Have you ever noticed how there are some things that are so important at certain stages of our lives yet much less important in others?
This observation came to me when I unpacked a box marked “winter clothes” and discovered a veritable treasure trove of long underwear.
Given the number and variety of styles and fabrics contained in that box, you’d think I was stocking up for the next ice age or potentially planning to design a wardrobe of superhero costumes.
In the ensuing walk down memory lane, I recalled how “long johns”, as we referred to them, were an essential article of clothing in childhood.
Back in school, on winter days when Ottawa lived up to its title as one of the coldest capitals in the world, they offered an extra layer of protection under my clothing during recess.
On winter weekends, whether my family was outside, skating on the Rideau Canal or enjoying the fresh powder on the nearby ski slopes, long johns under my snow pants were an essential for keeping extra warm. Continue reading
Filed under 50+, Humour, stories
A couple of months ago, I was home from work with a bad case of bronchitis. Not only was my breathing affected, but the body aches and the rapid swings between feeling hot and cold had me running through wardrobe changes faster than Cher at her Farewell Tour.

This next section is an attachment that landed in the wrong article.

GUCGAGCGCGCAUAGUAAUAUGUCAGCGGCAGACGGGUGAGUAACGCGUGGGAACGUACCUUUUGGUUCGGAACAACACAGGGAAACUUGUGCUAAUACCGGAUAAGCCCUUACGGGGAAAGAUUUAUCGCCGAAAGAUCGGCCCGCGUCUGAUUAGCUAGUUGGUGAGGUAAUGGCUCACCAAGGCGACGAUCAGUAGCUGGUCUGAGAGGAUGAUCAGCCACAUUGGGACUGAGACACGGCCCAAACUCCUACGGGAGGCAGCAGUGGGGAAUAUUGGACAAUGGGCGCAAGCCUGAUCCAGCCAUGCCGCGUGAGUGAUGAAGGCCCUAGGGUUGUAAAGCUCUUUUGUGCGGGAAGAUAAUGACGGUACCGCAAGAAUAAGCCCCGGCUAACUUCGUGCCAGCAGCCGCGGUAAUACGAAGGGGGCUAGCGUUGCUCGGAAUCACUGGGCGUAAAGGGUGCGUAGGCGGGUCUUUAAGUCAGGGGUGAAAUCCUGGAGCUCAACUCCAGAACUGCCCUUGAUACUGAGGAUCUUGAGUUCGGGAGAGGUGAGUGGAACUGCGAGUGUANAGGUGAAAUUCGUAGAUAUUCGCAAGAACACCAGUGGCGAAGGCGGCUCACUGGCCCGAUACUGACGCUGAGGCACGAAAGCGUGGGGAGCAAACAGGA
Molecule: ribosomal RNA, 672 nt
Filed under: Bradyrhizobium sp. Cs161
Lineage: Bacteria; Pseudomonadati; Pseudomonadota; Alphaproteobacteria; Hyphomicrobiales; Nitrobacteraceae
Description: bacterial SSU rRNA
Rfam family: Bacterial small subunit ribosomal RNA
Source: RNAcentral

At one point, I was feeling so crummy, I was taking the maximum daily dosage of pain reliever. In doing so, I quickly depleted my supply and needed to open a new bottle. Little did I know the ordeal that was lying ahead:
The box was “sealed for my protection”. I understood why. I believe many of us can remember the events of 1982 that led to the reason why medication packages are designed and secured in the way that they are.
Check out this link for a refresher: https://www.pbs.org/newshour/health/tylenol-murders-1982
But despite the multiple attempts, with the “brute force” I was putting into it – maybe it was my weakened state – I just couldn’t tear through the simple plastic seal on the cardboard box, no matter how hard I tried. The packaging was visibly mangled, but I just couldn’t break in. Continue reading